The functional and clinical implications of regulation of chloride secretion by PARs rely on two aspects. Firstly, stimulation of chloride secretion is associated with fluid transport and results in diarrhoea which constitutes an important clinical symptom of inflammatory bowel disease (IBD) or irritable bowel syndrome (IBS). Secondly, one of the functions of increased chloride secretion is to flush away from the mucosal surfaces potential pathogens. In that setting, increased chloride secretion would be protective against infectious diseases of the gut. In both cases, regulation of chloride and ion secretion by PARs has important clinical implications.
Recent work has revealed that both PAR1 and PAR2 activation lead to a leakage in intestinal barrier functions, increasing the passage of fluids or even microorganisms across the gut mucosa.9,10 In the case of PAR1, this increased intestinal permeability was mediated by direct activation of the receptor on enterocytes. This PAR1 induced increased permeability was due to initiation of programmed cell death (apoptosis) at the mucosal surface.10 While there is still a large debate on the question of whether or not apoptosis can induce changes in permeability in vivo, this study showed for the first time that blockade of the apoptotic cascade inhibited PAR1 induced increased permeability both in vitro and in vivo.10 PAR2 induced increased intestinal permeability was also mediated, at least in part, by activation of the receptor on enterocytes but was not linked to activation of the enteric nervous system.11 Rearrangements of cytoskeletal organisation of the tight junctions between epithelial cells were observed in response to PAR2 agonists, thereby explaining the passage of macromolecules across the epithelial barrier. In vivo, this PAR2 induced increase in intestinal permeability even allowed the passage of bacteria from the gut lumen to peritoneal organs,9 which could thus participate in a general inflammatory response.
PAR1, PAR2, and PAR4 have been shown to be expressed on intestinal smooth muscle.2,12 Both PAR1 and PAR2 activation caused contraction of the resting rat and mouse gastric smooth muscle in a prostaglandin dependent manner.13 In the mouse gastric fundus, responses to PAR activation were biphasic, showing relaxation that was able to mask a concomitant contractile effect.14 In longitudinal muscles of the colon, as well as in circular muscles, PAR1 and PAR2 activation inhibited contractile effects.15–17 The effects of PAR4 activation have only been studied in isolated organs to date, and a recent study has shown that PAR4 agonists produced a concentration dependent contractile effect on longitudinal muscle.2 While the effects of PAR agonists on isolated gut organs resulted in opposite effects, whether or not the organ was precontracted, an in vivo study by Kawabata et al definitively established the resultant effects of PAR1 and PAR2 agonists on gut motility.18 In vivo, administration of PAR1 and PAR2 agonists increased gastrointestinal transit18 thus showing that PAR activation can alter motility patterns. The resultant effect of PAR activation on gut motility might depend on the cellular target that is first reached by PAR agonists. Smooth muscle cells have been shown to be responsive to PAR agonists. However, myenteric neurones have also been shown to be responsive to PAR agonists,19,20 and activation of PARs on those fibres might be responsible for motility dysfunctions associated with disease. This is further supported by the fact that most of the contractile responses to PAR agonists were desensitised by neurokinin receptor antagonists, which suggests previous neural activation in response to PAR agonists.2,17,21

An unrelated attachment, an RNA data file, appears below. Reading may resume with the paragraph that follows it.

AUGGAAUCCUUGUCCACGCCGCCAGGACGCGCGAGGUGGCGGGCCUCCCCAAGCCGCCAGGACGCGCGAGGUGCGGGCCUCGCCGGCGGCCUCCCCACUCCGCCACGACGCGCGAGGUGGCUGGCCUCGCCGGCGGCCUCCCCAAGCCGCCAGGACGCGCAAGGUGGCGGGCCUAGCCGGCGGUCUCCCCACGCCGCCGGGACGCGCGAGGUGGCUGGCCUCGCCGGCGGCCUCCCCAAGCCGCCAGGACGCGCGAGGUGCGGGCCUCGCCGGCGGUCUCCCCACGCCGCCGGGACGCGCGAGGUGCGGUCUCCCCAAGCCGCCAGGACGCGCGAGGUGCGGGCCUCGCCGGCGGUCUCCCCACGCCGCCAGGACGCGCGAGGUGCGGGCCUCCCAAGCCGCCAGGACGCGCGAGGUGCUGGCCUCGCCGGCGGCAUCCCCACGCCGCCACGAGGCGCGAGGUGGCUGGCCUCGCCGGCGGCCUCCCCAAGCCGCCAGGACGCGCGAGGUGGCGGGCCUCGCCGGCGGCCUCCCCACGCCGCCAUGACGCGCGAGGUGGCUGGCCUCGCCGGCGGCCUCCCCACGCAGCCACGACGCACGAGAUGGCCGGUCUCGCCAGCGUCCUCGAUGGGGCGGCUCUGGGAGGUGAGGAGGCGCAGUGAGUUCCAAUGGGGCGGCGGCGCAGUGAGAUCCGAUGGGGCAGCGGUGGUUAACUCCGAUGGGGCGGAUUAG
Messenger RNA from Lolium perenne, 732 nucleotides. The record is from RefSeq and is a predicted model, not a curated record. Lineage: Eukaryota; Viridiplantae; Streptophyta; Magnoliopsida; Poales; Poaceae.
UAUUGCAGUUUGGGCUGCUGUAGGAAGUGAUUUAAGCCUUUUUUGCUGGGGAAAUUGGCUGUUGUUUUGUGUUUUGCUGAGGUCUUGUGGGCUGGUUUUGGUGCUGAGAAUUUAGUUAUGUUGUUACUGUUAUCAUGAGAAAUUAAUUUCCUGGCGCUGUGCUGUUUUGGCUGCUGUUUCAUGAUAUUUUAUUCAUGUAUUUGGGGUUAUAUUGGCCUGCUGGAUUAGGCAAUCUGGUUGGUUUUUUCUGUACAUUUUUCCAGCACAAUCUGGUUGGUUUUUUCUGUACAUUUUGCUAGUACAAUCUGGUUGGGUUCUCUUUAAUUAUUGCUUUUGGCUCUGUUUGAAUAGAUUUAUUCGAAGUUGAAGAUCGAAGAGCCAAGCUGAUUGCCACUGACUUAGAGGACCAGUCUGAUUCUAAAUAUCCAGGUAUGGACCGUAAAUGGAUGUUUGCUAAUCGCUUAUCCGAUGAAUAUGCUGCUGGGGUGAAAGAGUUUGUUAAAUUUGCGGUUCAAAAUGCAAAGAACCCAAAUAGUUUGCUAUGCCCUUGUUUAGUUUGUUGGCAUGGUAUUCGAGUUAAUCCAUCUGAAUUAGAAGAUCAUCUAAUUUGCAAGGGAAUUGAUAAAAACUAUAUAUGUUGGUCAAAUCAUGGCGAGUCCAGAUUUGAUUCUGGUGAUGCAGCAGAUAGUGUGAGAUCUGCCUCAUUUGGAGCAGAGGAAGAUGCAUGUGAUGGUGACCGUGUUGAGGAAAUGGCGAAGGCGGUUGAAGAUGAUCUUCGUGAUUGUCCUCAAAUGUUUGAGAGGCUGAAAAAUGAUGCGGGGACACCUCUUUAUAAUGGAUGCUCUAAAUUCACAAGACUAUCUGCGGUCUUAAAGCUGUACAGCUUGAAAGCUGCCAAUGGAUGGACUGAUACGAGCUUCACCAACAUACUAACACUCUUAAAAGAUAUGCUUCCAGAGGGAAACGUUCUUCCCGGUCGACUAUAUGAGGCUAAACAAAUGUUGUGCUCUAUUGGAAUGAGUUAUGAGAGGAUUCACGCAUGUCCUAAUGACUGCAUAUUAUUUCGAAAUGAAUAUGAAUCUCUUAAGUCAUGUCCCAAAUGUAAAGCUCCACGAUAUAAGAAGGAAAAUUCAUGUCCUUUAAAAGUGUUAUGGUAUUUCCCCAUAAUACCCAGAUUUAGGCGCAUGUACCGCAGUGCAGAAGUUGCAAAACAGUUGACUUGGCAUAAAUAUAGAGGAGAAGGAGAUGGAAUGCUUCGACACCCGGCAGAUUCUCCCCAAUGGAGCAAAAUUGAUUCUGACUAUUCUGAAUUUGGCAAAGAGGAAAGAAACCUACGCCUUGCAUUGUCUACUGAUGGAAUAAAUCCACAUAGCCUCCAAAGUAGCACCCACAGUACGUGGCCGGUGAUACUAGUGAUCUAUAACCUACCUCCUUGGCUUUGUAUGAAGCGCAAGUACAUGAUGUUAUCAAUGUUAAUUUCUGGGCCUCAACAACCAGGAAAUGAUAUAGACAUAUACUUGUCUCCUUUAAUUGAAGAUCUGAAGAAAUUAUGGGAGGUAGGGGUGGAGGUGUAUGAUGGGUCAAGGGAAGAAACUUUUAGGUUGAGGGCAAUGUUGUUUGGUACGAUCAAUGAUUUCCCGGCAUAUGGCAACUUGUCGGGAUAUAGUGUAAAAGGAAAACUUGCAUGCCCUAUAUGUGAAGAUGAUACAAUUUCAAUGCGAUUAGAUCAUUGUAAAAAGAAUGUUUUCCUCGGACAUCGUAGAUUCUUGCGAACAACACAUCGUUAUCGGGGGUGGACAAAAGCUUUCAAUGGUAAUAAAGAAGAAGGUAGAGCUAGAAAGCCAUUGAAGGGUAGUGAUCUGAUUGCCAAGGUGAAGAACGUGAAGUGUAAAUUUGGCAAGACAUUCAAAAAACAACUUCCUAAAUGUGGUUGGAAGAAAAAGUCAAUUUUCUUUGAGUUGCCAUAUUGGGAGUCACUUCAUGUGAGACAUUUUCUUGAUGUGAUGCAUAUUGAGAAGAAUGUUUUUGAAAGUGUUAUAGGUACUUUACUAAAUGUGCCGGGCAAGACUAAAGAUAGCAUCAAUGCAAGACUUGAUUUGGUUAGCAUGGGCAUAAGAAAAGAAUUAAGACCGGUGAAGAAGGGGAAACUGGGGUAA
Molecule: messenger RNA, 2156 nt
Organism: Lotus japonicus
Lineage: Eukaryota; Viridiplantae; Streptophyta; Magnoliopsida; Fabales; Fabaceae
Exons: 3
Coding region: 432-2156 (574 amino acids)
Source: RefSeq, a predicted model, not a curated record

Intraluminal administration of PAR1 or PAR2 agonists into the colon of mice provoked an inflammatory reaction characterised by the formation of submucosal oedema and infiltration of granulocytes.9,22 In the case of PAR1, it was shown that this inflammation was not due to activation of sensory nerves or to their release of neuropeptides.22 However, PAR1 induced colitis was partly due to an increase in intestinal barrier permeability but also to direct activation of B and T lymphocytes,22 thereby implicating PAR1 in potential gut immune functions. Activation of PAR1 was able to exacerbate chronic inflammation in a mouse model of IBD.22
PAR2 activation induced colitis in mice was clearly mediated by activation of enteric nerves and subsequent release of neuropeptides: calcitonin gene related peptide (CGRP) receptor antagonists and neurokinin 1 receptor antagonists were able to completely suppress PAR2 agonist induced inflammation.11,23 This result implies that PAR2 activation on enteric neurones provokes the release of neuropeptides such as substance P and CGRP, which in turn provoke an acute inflammatory reaction. However, in the context of chronic gut inflammation, activation of the enteric nervous system is known to have protective effects.24–26 This suggests that PAR2 induced enteric nerve activation could exert anti-inflammatory properties against chronic inflammation. This hypothesis has been confirmed by a study by Fiorucci et al who have shown that systemic treatments with PAR2 activating peptides significantly reduced trinitrobenzene sulfonic acid induced colitis in mice.27 In that study, the authors suggested that the anti-inflammatory effects of PAR2 agonist treatments were mediated by CGRP release.27 As mentioned earlier, PAR2 agonists from the lumen of the colon are also able to increase intestinal barrier permeability, and this effect could, to a certain extent, participate in generation of inflammatory disorders and may counteract the protective effects of enteric nervous system activation in the chronic context of inflammation.